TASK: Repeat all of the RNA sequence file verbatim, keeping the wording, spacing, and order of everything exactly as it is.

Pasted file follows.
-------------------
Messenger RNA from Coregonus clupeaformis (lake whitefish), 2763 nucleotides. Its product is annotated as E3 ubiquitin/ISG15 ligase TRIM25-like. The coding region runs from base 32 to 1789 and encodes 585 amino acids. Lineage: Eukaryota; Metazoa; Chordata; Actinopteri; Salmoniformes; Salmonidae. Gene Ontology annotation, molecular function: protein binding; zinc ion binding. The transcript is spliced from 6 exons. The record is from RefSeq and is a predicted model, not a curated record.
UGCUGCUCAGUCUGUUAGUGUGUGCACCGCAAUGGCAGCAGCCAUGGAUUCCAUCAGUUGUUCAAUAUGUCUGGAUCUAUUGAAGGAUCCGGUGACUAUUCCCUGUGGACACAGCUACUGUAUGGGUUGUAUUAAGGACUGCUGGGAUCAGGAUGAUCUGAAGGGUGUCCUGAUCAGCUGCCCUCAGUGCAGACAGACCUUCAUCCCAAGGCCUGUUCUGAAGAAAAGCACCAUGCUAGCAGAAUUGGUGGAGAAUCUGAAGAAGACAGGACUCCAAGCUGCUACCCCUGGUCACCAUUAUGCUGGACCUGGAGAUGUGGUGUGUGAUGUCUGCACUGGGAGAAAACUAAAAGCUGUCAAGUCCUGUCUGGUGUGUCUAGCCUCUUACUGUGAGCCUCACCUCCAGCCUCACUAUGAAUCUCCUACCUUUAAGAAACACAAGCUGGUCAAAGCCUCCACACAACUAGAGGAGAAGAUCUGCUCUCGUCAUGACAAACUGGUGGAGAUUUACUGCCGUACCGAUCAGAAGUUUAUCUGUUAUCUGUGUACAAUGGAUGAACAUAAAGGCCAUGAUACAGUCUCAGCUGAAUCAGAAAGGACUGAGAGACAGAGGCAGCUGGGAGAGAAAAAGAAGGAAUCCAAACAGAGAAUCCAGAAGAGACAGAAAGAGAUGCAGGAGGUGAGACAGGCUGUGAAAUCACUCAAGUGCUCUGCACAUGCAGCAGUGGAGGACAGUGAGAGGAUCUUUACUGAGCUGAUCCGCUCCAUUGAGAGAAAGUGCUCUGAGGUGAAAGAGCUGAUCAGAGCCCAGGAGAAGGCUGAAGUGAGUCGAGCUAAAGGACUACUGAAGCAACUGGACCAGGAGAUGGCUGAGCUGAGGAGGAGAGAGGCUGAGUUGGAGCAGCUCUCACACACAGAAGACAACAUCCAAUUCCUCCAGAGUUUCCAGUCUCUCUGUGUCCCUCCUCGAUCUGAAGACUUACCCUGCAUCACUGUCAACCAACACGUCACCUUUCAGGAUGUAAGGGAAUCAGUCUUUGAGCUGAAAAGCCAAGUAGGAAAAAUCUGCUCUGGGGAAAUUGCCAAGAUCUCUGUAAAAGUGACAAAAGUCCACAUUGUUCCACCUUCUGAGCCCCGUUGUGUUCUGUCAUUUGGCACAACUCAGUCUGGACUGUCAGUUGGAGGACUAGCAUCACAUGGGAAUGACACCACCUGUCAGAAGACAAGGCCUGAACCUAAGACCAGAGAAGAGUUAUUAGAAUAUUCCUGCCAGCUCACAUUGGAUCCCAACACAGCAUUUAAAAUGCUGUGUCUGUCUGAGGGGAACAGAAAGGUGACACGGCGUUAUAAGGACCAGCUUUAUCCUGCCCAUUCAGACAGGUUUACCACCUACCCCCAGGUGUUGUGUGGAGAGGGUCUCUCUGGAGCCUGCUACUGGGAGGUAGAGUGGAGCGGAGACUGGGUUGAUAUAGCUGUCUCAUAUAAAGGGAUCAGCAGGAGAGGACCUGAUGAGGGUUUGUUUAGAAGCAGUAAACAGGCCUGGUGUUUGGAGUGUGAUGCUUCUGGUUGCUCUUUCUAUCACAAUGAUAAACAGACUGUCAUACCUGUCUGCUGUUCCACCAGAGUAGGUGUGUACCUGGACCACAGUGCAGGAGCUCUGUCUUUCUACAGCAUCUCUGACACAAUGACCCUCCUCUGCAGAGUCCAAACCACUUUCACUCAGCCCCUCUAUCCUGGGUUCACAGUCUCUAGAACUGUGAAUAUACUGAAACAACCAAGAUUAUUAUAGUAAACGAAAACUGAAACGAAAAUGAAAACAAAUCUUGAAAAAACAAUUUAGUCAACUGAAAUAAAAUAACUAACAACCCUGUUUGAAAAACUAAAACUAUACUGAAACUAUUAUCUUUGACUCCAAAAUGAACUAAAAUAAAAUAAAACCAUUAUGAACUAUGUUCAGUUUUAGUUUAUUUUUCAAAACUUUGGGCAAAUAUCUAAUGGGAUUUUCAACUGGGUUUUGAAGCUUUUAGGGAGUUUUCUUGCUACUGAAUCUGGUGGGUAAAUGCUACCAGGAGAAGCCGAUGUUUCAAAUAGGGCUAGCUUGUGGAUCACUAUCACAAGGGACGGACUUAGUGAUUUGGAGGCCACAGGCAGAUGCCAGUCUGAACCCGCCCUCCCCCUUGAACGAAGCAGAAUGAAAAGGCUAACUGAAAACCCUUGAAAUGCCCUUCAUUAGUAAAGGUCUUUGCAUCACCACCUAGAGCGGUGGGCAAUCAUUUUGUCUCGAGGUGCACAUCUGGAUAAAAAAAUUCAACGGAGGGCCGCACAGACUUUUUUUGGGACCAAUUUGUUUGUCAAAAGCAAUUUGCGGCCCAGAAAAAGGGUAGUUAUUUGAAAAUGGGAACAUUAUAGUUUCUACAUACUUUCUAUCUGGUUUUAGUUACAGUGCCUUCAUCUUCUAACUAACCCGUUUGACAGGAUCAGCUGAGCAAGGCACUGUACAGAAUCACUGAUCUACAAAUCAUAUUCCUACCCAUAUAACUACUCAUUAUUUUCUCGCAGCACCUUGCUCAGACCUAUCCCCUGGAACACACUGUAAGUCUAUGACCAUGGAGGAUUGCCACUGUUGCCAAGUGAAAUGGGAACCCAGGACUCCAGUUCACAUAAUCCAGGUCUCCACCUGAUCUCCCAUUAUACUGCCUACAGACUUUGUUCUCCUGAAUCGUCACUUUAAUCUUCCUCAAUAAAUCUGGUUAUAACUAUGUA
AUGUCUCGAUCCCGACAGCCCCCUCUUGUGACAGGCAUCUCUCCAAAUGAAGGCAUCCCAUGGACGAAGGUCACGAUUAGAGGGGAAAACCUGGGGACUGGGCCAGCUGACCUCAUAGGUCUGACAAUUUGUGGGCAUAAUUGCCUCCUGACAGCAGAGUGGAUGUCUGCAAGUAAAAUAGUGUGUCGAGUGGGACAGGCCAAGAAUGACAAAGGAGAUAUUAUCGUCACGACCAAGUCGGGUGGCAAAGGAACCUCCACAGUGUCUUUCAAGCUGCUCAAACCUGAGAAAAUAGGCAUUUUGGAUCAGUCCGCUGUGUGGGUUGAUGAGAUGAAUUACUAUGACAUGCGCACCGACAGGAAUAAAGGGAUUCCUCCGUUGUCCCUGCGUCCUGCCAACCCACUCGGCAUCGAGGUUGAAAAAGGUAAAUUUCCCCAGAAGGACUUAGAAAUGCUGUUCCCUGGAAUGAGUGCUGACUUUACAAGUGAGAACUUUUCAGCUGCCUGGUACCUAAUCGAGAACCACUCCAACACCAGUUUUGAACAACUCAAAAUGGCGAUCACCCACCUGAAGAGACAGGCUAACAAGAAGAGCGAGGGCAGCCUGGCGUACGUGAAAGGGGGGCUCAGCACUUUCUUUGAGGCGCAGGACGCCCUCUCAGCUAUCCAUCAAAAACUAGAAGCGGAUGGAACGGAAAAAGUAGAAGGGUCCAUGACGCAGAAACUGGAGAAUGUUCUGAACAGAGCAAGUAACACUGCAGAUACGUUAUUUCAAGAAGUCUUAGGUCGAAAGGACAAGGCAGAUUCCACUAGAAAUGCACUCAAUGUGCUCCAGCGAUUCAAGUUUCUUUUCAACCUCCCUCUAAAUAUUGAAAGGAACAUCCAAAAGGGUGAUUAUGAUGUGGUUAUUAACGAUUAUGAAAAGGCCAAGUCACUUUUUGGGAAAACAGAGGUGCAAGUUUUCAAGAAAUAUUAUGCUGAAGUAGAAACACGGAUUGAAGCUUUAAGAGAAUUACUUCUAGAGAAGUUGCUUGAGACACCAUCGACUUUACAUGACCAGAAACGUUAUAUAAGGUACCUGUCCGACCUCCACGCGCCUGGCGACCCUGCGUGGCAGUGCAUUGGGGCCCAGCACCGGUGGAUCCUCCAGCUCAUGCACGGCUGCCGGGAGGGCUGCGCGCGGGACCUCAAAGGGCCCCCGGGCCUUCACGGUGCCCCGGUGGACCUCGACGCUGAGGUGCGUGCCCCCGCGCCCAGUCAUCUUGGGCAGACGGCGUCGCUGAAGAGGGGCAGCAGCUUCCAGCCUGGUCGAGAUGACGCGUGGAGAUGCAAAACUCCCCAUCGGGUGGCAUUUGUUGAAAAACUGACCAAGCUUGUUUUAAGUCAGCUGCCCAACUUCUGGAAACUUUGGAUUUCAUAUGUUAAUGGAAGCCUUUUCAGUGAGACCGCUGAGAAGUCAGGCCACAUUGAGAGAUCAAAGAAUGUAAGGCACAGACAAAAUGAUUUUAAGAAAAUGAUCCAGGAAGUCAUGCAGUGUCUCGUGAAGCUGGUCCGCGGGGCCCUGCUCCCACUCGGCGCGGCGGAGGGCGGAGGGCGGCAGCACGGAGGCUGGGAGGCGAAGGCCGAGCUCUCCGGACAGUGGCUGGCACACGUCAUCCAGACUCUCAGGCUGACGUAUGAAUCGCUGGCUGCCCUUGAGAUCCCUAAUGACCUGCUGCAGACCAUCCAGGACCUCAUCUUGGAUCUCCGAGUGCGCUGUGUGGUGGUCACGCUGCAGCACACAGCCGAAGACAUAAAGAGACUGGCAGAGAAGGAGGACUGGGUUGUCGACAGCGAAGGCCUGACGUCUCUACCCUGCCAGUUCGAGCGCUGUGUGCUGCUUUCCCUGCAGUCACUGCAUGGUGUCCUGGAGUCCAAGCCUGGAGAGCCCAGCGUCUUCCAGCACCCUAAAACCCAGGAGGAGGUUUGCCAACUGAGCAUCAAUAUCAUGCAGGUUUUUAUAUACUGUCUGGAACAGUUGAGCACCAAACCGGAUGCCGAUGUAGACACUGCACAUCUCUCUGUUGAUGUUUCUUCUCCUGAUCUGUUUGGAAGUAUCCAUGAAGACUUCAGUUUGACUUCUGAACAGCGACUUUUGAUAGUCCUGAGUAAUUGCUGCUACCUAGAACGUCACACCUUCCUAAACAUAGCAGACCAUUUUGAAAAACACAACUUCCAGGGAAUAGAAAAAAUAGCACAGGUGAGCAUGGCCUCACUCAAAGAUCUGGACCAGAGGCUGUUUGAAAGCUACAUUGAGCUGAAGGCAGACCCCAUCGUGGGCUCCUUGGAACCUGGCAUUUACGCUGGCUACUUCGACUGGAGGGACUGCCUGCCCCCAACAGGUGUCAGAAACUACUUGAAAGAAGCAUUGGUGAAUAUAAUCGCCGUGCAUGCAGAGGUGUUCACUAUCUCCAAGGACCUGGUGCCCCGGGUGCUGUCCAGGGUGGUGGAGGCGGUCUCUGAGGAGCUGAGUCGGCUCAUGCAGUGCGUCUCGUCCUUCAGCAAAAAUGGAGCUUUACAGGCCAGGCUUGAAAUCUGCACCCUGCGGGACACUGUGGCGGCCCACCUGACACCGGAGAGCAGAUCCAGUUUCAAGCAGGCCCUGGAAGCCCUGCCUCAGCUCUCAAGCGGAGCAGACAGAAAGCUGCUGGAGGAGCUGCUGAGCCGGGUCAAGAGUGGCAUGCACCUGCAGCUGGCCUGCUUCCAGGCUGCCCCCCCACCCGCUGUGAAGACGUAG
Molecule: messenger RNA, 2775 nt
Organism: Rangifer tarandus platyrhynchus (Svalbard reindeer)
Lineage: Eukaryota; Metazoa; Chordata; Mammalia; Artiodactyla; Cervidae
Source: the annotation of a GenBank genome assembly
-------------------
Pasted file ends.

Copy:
Messenger RNA from Coregonus clupeaformis (lake whitefish), 2763 nucleotides. Its product is annotated as E3 ubiquitin/ISG15 ligase TRIM25-like. The coding region runs from base 32 to 1789 and encodes 585 amino acids. Lineage: Eukaryota; Metazoa; Chordata; Actinopteri; Salmoniformes; Salmonidae. Gene Ontology annotation, molecular function: protein binding; zinc ion binding. The transcript is spliced from 6 exons. The record is from RefSeq and is a predicted model, not a curated record.
UGCUGCUCAGUCUGUUAGUGUGUGCACCGCAAUGGCAGCAGCCAUGGAUUCCAUCAGUUGUUCAAUAUGUCUGGAUCUAUUGAAGGAUCCGGUGACUAUUCCCUGUGGACACAGCUACUGUAUGGGUUGUAUUAAGGACUGCUGGGAUCAGGAUGAUCUGAAGGGUGUCCUGAUCAGCUGCCCUCAGUGCAGACAGACCUUCAUCCCAAGGCCUGUUCUGAAGAAAAGCACCAUGCUAGCAGAAUUGGUGGAGAAUCUGAAGAAGACAGGACUCCAAGCUGCUACCCCUGGUCACCAUUAUGCUGGACCUGGAGAUGUGGUGUGUGAUGUCUGCACUGGGAGAAAACUAAAAGCUGUCAAGUCCUGUCUGGUGUGUCUAGCCUCUUACUGUGAGCCUCACCUCCAGCCUCACUAUGAAUCUCCUACCUUUAAGAAACACAAGCUGGUCAAAGCCUCCACACAACUAGAGGAGAAGAUCUGCUCUCGUCAUGACAAACUGGUGGAGAUUUACUGCCGUACCGAUCAGAAGUUUAUCUGUUAUCUGUGUACAAUGGAUGAACAUAAAGGCCAUGAUACAGUCUCAGCUGAAUCAGAAAGGACUGAGAGACAGAGGCAGCUGGGAGAGAAAAAGAAGGAAUCCAAACAGAGAAUCCAGAAGAGACAGAAAGAGAUGCAGGAGGUGAGACAGGCUGUGAAAUCACUCAAGUGCUCUGCACAUGCAGCAGUGGAGGACAGUGAGAGGAUCUUUACUGAGCUGAUCCGCUCCAUUGAGAGAAAGUGCUCUGAGGUGAAAGAGCUGAUCAGAGCCCAGGAGAAGGCUGAAGUGAGUCGAGCUAAAGGACUACUGAAGCAACUGGACCAGGAGAUGGCUGAGCUGAGGAGGAGAGAGGCUGAGUUGGAGCAGCUCUCACACACAGAAGACAACAUCCAAUUCCUCCAGAGUUUCCAGUCUCUCUGUGUCCCUCCUCGAUCUGAAGACUUACCCUGCAUCACUGUCAACCAACACGUCACCUUUCAGGAUGUAAGGGAAUCAGUCUUUGAGCUGAAAAGCCAAGUAGGAAAAAUCUGCUCUGGGGAAAUUGCCAAGAUCUCUGUAAAAGUGACAAAAGUCCACAUUGUUCCACCUUCUGAGCCCCGUUGUGUUCUGUCAUUUGGCACAACUCAGUCUGGACUGUCAGUUGGAGGACUAGCAUCACAUGGGAAUGACACCACCUGUCAGAAGACAAGGCCUGAACCUAAGACCAGAGAAGAGUUAUUAGAAUAUUCCUGCCAGCUCACAUUGGAUCCCAACACAGCAUUUAAAAUGCUGUGUCUGUCUGAGGGGAACAGAAAGGUGACACGGCGUUAUAAGGACCAGCUUUAUCCUGCCCAUUCAGACAGGUUUACCACCUACCCCCAGGUGUUGUGUGGAGAGGGUCUCUCUGGAGCCUGCUACUGGGAGGUAGAGUGGAGCGGAGACUGGGUUGAUAUAGCUGUCUCAUAUAAAGGGAUCAGCAGGAGAGGACCUGAUGAGGGUUUGUUUAGAAGCAGUAAACAGGCCUGGUGUUUGGAGUGUGAUGCUUCUGGUUGCUCUUUCUAUCACAAUGAUAAACAGACUGUCAUACCUGUCUGCUGUUCCACCAGAGUAGGUGUGUACCUGGACCACAGUGCAGGAGCUCUGUCUUUCUACAGCAUCUCUGACACAAUGACCCUCCUCUGCAGAGUCCAAACCACUUUCACUCAGCCCCUCUAUCCUGGGUUCACAGUCUCUAGAACUGUGAAUAUACUGAAACAACCAAGAUUAUUAUAGUAAACGAAAACUGAAACGAAAAUGAAAACAAAUCUUGAAAAAACAAUUUAGUCAACUGAAAUAAAAUAACUAACAACCCUGUUUGAAAAACUAAAACUAUACUGAAACUAUUAUCUUUGACUCCAAAAUGAACUAAAAUAAAAUAAAACCAUUAUGAACUAUGUUCAGUUUUAGUUUAUUUUUCAAAACUUUGGGCAAAUAUCUAAUGGGAUUUUCAACUGGGUUUUGAAGCUUUUAGGGAGUUUUCUUGCUACUGAAUCUGGUGGGUAAAUGCUACCAGGAGAAGCCGAUGUUUCAAAUAGGGCUAGCUUGUGGAUCACUAUCACAAGGGACGGACUUAGUGAUUUGGAGGCCACAGGCAGAUGCCAGUCUGAACCCGCCCUCCCCCUUGAACGAAGCAGAAUGAAAAGGCUAACUGAAAACCCUUGAAAUGCCCUUCAUUAGUAAAGGUCUUUGCAUCACCACCUAGAGCGGUGGGCAAUCAUUUUGUCUCGAGGUGCACAUCUGGAUAAAAAAAUUCAACGGAGGGCCGCACAGACUUUUUUUGGGACCAAUUUGUUUGUCAAAAGCAAUUUGCGGCCCAGAAAAAGGGUAGUUAUUUGAAAAUGGGAACAUUAUAGUUUCUACAUACUUUCUAUCUGGUUUUAGUUACAGUGCCUUCAUCUUCUAACUAACCCGUUUGACAGGAUCAGCUGAGCAAGGCACUGUACAGAAUCACUGAUCUACAAAUCAUAUUCCUACCCAUAUAACUACUCAUUAUUUUCUCGCAGCACCUUGCUCAGACCUAUCCCCUGGAACACACUGUAAGUCUAUGACCAUGGAGGAUUGCCACUGUUGCCAAGUGAAAUGGGAACCCAGGACUCCAGUUCACAUAAUCCAGGUCUCCACCUGAUCUCCCAUUAUACUGCCUACAGACUUUGUUCUCCUGAAUCGUCACUUUAAUCUUCCUCAAUAAAUCUGGUUAUAACUAUGUA
AUGUCUCGAUCCCGACAGCCCCCUCUUGUGACAGGCAUCUCUCCAAAUGAAGGCAUCCCAUGGACGAAGGUCACGAUUAGAGGGGAAAACCUGGGGACUGGGCCAGCUGACCUCAUAGGUCUGACAAUUUGUGGGCAUAAUUGCCUCCUGACAGCAGAGUGGAUGUCUGCAAGUAAAAUAGUGUGUCGAGUGGGACAGGCCAAGAAUGACAAAGGAGAUAUUAUCGUCACGACCAAGUCGGGUGGCAAAGGAACCUCCACAGUGUCUUUCAAGCUGCUCAAACCUGAGAAAAUAGGCAUUUUGGAUCAGUCCGCUGUGUGGGUUGAUGAGAUGAAUUACUAUGACAUGCGCACCGACAGGAAUAAAGGGAUUCCUCCGUUGUCCCUGCGUCCUGCCAACCCACUCGGCAUCGAGGUUGAAAAAGGUAAAUUUCCCCAGAAGGACUUAGAAAUGCUGUUCCCUGGAAUGAGUGCUGACUUUACAAGUGAGAACUUUUCAGCUGCCUGGUACCUAAUCGAGAACCACUCCAACACCAGUUUUGAACAACUCAAAAUGGCGAUCACCCACCUGAAGAGACAGGCUAACAAGAAGAGCGAGGGCAGCCUGGCGUACGUGAAAGGGGGGCUCAGCACUUUCUUUGAGGCGCAGGACGCCCUCUCAGCUAUCCAUCAAAAACUAGAAGCGGAUGGAACGGAAAAAGUAGAAGGGUCCAUGACGCAGAAACUGGAGAAUGUUCUGAACAGAGCAAGUAACACUGCAGAUACGUUAUUUCAAGAAGUCUUAGGUCGAAAGGACAAGGCAGAUUCCACUAGAAAUGCACUCAAUGUGCUCCAGCGAUUCAAGUUUCUUUUCAACCUCCCUCUAAAUAUUGAAAGGAACAUCCAAAAGGGUGAUUAUGAUGUGGUUAUUAACGAUUAUGAAAAGGCCAAGUCACUUUUUGGGAAAACAGAGGUGCAAGUUUUCAAGAAAUAUUAUGCUGAAGUAGAAACACGGAUUGAAGCUUUAAGAGAAUUACUUCUAGAGAAGUUGCUUGAGACACCAUCGACUUUACAUGACCAGAAACGUUAUAUAAGGUACCUGUCCGACCUCCACGCGCCUGGCGACCCUGCGUGGCAGUGCAUUGGGGCCCAGCACCGGUGGAUCCUCCAGCUCAUGCACGGCUGCCGGGAGGGCUGCGCGCGGGACCUCAAAGGGCCCCCGGGCCUUCACGGUGCCCCGGUGGACCUCGACGCUGAGGUGCGUGCCCCCGCGCCCAGUCAUCUUGGGCAGACGGCGUCGCUGAAGAGGGGCAGCAGCUUCCAGCCUGGUCGAGAUGACGCGUGGAGAUGCAAAACUCCCCAUCGGGUGGCAUUUGUUGAAAAACUGACCAAGCUUGUUUUAAGUCAGCUGCCCAACUUCUGGAAACUUUGGAUUUCAUAUGUUAAUGGAAGCCUUUUCAGUGAGACCGCUGAGAAGUCAGGCCACAUUGAGAGAUCAAAGAAUGUAAGGCACAGACAAAAUGAUUUUAAGAAAAUGAUCCAGGAAGUCAUGCAGUGUCUCGUGAAGCUGGUCCGCGGGGCCCUGCUCCCACUCGGCGCGGCGGAGGGCGGAGGGCGGCAGCACGGAGGCUGGGAGGCGAAGGCCGAGCUCUCCGGACAGUGGCUGGCACACGUCAUCCAGACUCUCAGGCUGACGUAUGAAUCGCUGGCUGCCCUUGAGAUCCCUAAUGACCUGCUGCAGACCAUCCAGGACCUCAUCUUGGAUCUCCGAGUGCGCUGUGUGGUGGUCACGCUGCAGCACACAGCCGAAGACAUAAAGAGACUGGCAGAGAAGGAGGACUGGGUUGUCGACAGCGAAGGCCUGACGUCUCUACCCUGCCAGUUCGAGCGCUGUGUGCUGCUUUCCCUGCAGUCACUGCAUGGUGUCCUGGAGUCCAAGCCUGGAGAGCCCAGCGUCUUCCAGCACCCUAAAACCCAGGAGGAGGUUUGCCAACUGAGCAUCAAUAUCAUGCAGGUUUUUAUAUACUGUCUGGAACAGUUGAGCACCAAACCGGAUGCCGAUGUAGACACUGCACAUCUCUCUGUUGAUGUUUCUUCUCCUGAUCUGUUUGGAAGUAUCCAUGAAGACUUCAGUUUGACUUCUGAACAGCGACUUUUGAUAGUCCUGAGUAAUUGCUGCUACCUAGAACGUCACACCUUCCUAAACAUAGCAGACCAUUUUGAAAAACACAACUUCCAGGGAAUAGAAAAAAUAGCACAGGUGAGCAUGGCCUCACUCAAAGAUCUGGACCAGAGGCUGUUUGAAAGCUACAUUGAGCUGAAGGCAGACCCCAUCGUGGGCUCCUUGGAACCUGGCAUUUACGCUGGCUACUUCGACUGGAGGGACUGCCUGCCCCCAACAGGUGUCAGAAACUACUUGAAAGAAGCAUUGGUGAAUAUAAUCGCCGUGCAUGCAGAGGUGUUCACUAUCUCCAAGGACCUGGUGCCCCGGGUGCUGUCCAGGGUGGUGGAGGCGGUCUCUGAGGAGCUGAGUCGGCUCAUGCAGUGCGUCUCGUCCUUCAGCAAAAAUGGAGCUUUACAGGCCAGGCUUGAAAUCUGCACCCUGCGGGACACUGUGGCGGCCCACCUGACACCGGAGAGCAGAUCCAGUUUCAAGCAGGCCCUGGAAGCCCUGCCUCAGCUCUCAAGCGGAGCAGACAGAAAGCUGCUGGAGGAGCUGCUGAGCCGGGUCAAGAGUGGCAUGCACCUGCAGCUGGCCUGCUUCCAGGCUGCCCCCCCACCCGCUGUGAAGACGUAG
Molecule: messenger RNA, 2775 nt
Organism: Rangifer tarandus platyrhynchus (Svalbard reindeer)
Lineage: Eukaryota; Metazoa; Chordata; Mammalia; Artiodactyla; Cervidae
Source: the annotation of a GenBank genome assembly